Reducing Taxation Is A Bane, Not A ‘Cure’ For Illicit Cigarettes


Do we legitimise party drugs and make them affordable to prevent or reduce its illegal use? If it is a preposterous idea then nicotine addiction (commonly in the form of smoking) should be addressed with tough tobacco control measures.

Tobacco industry is harping on the point that about 60 per cent of the cigarettes smoked by the estimated 5 million smokers are smuggled cigarettes. It was reported that the Malaysian Customs Department managed to stop the attempted smuggling of 456.03 million sticks of cigarettes between January and June 2020 which is almost double that of the same period last year.

The Consumers’ Association of Penang (CAP) urges the government not to kowtow to the sob story that the industry is generating for many reasons. One of which is that the government should accept the fact that reducing cigarettes taxation may lead to the lowering of cigarette prices by the industry but it is not likely going to stop cigarette smuggling because of the lucrative demand.

Lowering cigarette prices will encourage more people to smoke and there is no certainty that it is going to ensure that smokers will switch from smuggled cigarettes. The sole objective is to deter people from smoking.

More importantly, any move to backtrack on tobacco control measures will dismantle the efforts introduced since 1970s, around the time when the addictive properties of nicotine in tobacco was better understood. Any deviation or U-turns in Malaysia’s current tobacco control efforts will turn us into outcasts in the eyes of the WHO FCTC fraternity which is steadily progressing, including our Asean neighbour Myanmar which recently responded positively to tobacco control in recent years.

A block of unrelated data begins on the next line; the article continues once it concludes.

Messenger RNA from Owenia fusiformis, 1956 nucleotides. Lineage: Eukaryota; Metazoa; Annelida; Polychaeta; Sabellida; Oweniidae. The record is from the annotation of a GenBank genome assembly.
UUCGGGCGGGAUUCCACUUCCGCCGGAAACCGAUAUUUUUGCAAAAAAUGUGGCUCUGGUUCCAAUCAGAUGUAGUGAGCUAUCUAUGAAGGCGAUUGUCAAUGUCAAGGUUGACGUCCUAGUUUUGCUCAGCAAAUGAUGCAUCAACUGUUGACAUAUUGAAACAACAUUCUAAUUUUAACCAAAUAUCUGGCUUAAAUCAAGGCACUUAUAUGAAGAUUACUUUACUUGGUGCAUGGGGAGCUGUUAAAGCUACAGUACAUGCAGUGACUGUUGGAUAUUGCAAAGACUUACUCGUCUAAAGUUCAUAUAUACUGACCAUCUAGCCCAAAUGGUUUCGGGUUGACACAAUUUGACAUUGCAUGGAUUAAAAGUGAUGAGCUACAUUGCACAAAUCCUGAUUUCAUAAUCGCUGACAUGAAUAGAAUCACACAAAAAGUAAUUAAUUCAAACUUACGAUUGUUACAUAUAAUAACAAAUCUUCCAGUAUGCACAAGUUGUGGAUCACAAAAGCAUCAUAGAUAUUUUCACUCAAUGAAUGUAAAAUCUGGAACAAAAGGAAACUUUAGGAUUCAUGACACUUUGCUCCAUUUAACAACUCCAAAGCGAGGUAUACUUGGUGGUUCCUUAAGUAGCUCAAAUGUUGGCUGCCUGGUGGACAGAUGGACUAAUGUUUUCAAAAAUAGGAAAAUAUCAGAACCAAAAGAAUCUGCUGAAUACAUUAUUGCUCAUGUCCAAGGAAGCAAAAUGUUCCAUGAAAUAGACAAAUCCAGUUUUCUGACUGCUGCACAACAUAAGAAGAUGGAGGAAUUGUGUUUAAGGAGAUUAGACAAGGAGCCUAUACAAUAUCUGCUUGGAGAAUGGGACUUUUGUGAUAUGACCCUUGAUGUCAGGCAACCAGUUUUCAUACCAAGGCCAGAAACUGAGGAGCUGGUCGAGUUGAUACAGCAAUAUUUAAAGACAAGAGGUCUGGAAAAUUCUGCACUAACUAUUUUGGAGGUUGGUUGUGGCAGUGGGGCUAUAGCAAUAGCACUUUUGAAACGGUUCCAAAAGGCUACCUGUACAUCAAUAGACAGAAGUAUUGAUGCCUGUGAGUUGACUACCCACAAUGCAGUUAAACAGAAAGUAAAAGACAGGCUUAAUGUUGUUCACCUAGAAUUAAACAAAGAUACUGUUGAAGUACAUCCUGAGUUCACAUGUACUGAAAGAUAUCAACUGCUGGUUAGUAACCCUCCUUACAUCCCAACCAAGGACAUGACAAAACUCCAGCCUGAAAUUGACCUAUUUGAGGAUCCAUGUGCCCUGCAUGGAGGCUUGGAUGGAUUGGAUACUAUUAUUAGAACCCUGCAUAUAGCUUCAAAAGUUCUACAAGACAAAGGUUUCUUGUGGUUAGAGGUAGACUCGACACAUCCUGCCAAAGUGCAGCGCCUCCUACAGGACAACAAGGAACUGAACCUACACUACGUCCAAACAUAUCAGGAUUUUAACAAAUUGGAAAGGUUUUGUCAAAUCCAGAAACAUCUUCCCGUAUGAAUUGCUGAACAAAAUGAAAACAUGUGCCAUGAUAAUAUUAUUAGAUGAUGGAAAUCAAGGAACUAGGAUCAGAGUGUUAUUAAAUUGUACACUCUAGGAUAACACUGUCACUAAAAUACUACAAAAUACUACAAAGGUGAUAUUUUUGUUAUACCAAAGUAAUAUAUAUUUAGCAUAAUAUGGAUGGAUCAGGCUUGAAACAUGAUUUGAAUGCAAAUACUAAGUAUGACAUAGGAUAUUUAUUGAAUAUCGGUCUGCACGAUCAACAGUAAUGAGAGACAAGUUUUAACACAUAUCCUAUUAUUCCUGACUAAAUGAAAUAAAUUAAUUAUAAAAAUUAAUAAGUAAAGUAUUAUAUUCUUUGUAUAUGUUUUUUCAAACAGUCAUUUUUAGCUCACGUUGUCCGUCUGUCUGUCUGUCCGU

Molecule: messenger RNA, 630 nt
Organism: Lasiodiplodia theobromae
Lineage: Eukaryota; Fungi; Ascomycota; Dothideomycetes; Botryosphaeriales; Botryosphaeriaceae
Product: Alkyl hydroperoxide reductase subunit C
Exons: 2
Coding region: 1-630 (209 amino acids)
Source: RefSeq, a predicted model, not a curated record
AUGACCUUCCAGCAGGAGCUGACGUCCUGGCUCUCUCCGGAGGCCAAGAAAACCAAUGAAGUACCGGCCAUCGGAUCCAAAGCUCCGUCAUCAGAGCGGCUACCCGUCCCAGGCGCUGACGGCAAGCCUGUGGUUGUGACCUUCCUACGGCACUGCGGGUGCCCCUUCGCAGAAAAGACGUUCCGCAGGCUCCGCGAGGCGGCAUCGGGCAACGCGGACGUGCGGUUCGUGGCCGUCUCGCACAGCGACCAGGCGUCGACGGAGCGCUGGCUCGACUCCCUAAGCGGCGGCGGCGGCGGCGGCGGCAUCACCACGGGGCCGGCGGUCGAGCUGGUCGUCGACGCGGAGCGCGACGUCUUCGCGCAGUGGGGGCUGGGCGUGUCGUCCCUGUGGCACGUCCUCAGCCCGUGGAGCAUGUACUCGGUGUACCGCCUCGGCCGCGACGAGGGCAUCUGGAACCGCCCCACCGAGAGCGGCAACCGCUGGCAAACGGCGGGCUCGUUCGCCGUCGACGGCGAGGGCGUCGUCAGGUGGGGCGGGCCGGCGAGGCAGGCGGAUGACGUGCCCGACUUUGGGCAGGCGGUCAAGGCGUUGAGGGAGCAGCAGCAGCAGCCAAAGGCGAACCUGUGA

In 2018, the Malaysian Health Ministry revealed that the government is expected to spend RM7.4 billion in treatment cost for major illnesses caused by smoking, such as lung cancer and coronary heart problems by 2025. Smoking ‘legal’ or ‘illegal’ cigarettes is not an issue because, primarily, smoking is all about nicotine addiction and smoking-related diseases.

We propose that all cigarette retailers should be licensed and unlicensed ones will face a mandatory jail sentence and/or fine. By doing so, the government is able to control the number of retailers as well as their location.

Those involved in smuggling should also receive mandatory jail sentence and their property seized. Confiscated contraband should be destroyed and publicised. The government has to beef up the agencies involved and include the participation of the Malaysian Anti-Corruption Commission (MACC). Smuggling will be drastically reduced if the risks are high and no longer lucrative.

We reiterate our stand that the government should increase the tax on cigarettes and use it to improve the anti-smuggling and health promotion efforts. It is time for the government to improve on their World Health Organization Framework Convention on Tobacco Control (WHO FCTC) commitment instead of bowing to the industry with vested interests.


Press statement, 4 November 2020